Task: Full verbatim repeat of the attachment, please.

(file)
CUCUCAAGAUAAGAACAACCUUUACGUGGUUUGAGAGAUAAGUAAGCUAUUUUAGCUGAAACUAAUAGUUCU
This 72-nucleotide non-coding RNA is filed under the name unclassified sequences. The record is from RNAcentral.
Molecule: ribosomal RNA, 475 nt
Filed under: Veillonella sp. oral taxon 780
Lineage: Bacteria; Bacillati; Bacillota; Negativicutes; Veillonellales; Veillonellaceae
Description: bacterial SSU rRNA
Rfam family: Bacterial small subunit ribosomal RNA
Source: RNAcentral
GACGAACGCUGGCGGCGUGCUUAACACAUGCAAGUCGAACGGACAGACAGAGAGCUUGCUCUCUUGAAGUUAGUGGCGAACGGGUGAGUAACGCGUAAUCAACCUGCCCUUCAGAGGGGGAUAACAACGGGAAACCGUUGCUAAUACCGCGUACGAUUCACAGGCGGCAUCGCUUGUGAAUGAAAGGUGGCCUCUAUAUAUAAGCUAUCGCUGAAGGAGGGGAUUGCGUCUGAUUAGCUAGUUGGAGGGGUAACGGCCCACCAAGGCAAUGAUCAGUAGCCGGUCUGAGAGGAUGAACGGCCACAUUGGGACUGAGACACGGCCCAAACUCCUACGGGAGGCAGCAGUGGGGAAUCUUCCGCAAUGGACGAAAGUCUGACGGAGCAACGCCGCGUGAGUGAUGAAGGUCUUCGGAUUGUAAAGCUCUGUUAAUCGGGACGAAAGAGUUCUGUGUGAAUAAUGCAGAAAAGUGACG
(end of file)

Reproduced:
CUCUCAAGAUAAGAACAACCUUUACGUGGUUUGAGAGAUAAGUAAGCUAUUUUAGCUGAAACUAAUAGUUCU
This 72-nucleotide non-coding RNA is filed under the name unclassified sequences. The record is from RNAcentral.
Molecule: ribosomal RNA, 475 nt
Filed under: Veillonella sp. oral taxon 780
Lineage: Bacteria; Bacillati; Bacillota; Negativicutes; Veillonellales; Veillonellaceae
Description: bacterial SSU rRNA
Rfam family: Bacterial small subunit ribosomal RNA
Source: RNAcentral
GACGAACGCUGGCGGCGUGCUUAACACAUGCAAGUCGAACGGACAGACAGAGAGCUUGCUCUCUUGAAGUUAGUGGCGAACGGGUGAGUAACGCGUAAUCAACCUGCCCUUCAGAGGGGGAUAACAACGGGAAACCGUUGCUAAUACCGCGUACGAUUCACAGGCGGCAUCGCUUGUGAAUGAAAGGUGGCCUCUAUAUAUAAGCUAUCGCUGAAGGAGGGGAUUGCGUCUGAUUAGCUAGUUGGAGGGGUAACGGCCCACCAAGGCAAUGAUCAGUAGCCGGUCUGAGAGGAUGAACGGCCACAUUGGGACUGAGACACGGCCCAAACUCCUACGGGAGGCAGCAGUGGGGAAUCUUCCGCAAUGGACGAAAGUCUGACGGAGCAACGCCGCGUGAGUGAUGAAGGUCUUCGGAUUGUAAAGCUCUGUUAAUCGGGACGAAAGAGUUCUGUGUGAAUAAUGCAGAAAAGUGACG